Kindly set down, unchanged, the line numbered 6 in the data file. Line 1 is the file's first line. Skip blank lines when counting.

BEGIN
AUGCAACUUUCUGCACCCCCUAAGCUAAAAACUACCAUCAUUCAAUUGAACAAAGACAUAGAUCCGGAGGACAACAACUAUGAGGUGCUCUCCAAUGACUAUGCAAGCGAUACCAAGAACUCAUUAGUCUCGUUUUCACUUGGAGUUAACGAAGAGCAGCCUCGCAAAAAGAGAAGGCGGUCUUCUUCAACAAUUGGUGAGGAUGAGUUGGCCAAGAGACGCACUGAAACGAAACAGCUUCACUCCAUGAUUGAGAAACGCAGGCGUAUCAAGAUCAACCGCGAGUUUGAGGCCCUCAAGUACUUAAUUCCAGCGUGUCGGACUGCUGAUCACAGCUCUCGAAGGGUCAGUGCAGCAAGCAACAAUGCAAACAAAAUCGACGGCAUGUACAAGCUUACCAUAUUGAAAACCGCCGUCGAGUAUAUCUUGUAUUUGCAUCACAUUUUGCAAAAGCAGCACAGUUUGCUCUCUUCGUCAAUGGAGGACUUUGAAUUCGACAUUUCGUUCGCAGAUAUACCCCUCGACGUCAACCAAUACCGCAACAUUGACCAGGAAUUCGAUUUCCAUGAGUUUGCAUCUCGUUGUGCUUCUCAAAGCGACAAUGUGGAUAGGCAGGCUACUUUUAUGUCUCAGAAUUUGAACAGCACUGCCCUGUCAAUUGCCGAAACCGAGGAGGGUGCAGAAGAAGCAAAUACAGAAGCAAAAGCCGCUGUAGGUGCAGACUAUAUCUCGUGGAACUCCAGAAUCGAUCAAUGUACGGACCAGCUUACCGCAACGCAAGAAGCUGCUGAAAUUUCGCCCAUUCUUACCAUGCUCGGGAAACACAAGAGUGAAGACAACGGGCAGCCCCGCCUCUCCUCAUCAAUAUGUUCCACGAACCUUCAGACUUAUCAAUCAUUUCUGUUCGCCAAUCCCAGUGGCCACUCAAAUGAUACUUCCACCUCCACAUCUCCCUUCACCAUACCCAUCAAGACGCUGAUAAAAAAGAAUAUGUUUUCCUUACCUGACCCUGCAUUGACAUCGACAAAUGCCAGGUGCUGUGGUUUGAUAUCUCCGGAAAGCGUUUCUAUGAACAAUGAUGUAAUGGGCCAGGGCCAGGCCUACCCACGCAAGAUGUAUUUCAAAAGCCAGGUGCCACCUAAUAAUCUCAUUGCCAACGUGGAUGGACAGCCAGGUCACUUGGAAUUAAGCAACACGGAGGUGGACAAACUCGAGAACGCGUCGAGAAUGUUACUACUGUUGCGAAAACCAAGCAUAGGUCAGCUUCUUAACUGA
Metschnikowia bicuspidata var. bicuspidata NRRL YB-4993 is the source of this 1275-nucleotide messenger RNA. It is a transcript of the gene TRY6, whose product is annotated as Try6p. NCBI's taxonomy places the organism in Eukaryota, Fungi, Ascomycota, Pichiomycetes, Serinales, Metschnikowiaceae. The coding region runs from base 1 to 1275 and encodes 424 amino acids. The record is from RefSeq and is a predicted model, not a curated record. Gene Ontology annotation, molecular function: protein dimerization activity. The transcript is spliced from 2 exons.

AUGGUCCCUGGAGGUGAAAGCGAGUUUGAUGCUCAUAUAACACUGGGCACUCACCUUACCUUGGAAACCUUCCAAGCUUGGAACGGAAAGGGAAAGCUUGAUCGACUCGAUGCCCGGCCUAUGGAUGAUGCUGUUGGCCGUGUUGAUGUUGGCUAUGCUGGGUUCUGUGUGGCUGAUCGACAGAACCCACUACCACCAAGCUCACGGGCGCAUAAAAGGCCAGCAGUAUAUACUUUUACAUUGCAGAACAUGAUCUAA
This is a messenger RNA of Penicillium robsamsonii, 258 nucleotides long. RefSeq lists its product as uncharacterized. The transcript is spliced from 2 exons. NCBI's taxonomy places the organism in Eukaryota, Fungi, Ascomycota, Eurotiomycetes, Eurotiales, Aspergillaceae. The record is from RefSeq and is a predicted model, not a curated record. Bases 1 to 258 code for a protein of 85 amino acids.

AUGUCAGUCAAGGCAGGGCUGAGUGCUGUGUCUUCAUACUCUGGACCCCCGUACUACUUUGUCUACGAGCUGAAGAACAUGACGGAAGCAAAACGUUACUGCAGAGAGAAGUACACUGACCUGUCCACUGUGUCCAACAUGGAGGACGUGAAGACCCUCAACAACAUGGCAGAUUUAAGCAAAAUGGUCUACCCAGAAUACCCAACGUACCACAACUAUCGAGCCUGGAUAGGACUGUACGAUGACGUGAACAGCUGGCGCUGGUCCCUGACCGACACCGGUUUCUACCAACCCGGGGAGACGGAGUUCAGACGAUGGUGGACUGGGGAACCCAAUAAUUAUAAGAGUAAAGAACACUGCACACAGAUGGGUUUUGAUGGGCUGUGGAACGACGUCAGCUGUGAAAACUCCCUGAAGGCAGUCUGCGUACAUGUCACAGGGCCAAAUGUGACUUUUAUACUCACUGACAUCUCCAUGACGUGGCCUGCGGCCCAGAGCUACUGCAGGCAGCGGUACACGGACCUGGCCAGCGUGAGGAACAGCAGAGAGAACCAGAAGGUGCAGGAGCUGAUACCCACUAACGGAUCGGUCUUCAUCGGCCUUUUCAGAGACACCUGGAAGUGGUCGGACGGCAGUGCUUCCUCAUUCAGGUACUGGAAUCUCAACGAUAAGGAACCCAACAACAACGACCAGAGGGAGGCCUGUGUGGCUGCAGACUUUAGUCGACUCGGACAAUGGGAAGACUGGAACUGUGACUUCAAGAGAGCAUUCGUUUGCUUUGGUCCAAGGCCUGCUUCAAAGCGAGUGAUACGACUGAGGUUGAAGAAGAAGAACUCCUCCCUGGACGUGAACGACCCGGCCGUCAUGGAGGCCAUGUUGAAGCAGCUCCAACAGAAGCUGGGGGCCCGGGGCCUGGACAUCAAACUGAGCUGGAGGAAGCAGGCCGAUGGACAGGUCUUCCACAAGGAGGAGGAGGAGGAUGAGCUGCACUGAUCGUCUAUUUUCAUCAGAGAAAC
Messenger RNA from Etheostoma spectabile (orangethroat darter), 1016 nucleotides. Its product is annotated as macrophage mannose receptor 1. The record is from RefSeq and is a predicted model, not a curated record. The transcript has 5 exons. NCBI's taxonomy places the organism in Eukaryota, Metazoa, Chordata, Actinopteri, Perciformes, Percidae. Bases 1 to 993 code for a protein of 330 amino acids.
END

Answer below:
Messenger RNA from Etheostoma spectabile (orangethroat darter), 1016 nucleotides. Its product is annotated as macrophage mannose receptor 1. The record is from RefSeq and is a predicted model, not a curated record. The transcript has 5 exons. NCBI's taxonomy places the organism in Eukaryota, Metazoa, Chordata, Actinopteri, Perciformes, Percidae. Bases 1 to 993 code for a protein of 330 amino acids.